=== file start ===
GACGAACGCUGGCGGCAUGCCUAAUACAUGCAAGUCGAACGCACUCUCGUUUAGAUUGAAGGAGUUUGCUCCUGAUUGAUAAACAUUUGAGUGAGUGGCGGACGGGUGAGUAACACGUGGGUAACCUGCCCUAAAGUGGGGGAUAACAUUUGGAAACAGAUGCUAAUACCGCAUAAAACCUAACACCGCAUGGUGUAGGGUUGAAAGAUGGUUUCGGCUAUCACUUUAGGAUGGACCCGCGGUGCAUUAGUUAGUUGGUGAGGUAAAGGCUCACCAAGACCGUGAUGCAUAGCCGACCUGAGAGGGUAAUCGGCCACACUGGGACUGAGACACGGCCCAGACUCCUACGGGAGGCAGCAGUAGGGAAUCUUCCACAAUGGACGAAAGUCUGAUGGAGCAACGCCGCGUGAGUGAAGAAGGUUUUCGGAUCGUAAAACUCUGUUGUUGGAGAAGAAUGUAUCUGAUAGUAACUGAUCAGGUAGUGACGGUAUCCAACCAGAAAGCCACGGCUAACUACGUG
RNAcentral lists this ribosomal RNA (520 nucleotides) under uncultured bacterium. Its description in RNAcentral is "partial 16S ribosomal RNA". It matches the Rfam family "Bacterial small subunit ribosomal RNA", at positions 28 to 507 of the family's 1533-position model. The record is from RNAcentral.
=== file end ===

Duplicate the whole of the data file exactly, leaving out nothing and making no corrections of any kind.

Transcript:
GACGAACGCUGGCGGCAUGCCUAAUACAUGCAAGUCGAACGCACUCUCGUUUAGAUUGAAGGAGUUUGCUCCUGAUUGAUAAACAUUUGAGUGAGUGGCGGACGGGUGAGUAACACGUGGGUAACCUGCCCUAAAGUGGGGGAUAACAUUUGGAAACAGAUGCUAAUACCGCAUAAAACCUAACACCGCAUGGUGUAGGGUUGAAAGAUGGUUUCGGCUAUCACUUUAGGAUGGACCCGCGGUGCAUUAGUUAGUUGGUGAGGUAAAGGCUCACCAAGACCGUGAUGCAUAGCCGACCUGAGAGGGUAAUCGGCCACACUGGGACUGAGACACGGCCCAGACUCCUACGGGAGGCAGCAGUAGGGAAUCUUCCACAAUGGACGAAAGUCUGAUGGAGCAACGCCGCGUGAGUGAAGAAGGUUUUCGGAUCGUAAAACUCUGUUGUUGGAGAAGAAUGUAUCUGAUAGUAACUGAUCAGGUAGUGACGGUAUCCAACCAGAAAGCCACGGCUAACUACGUG
RNAcentral lists this ribosomal RNA (520 nucleotides) under uncultured bacterium. Its description in RNAcentral is "partial 16S ribosomal RNA". It matches the Rfam family "Bacterial small subunit ribosomal RNA", at positions 28 to 507 of the family's 1533-position model. The record is from RNAcentral.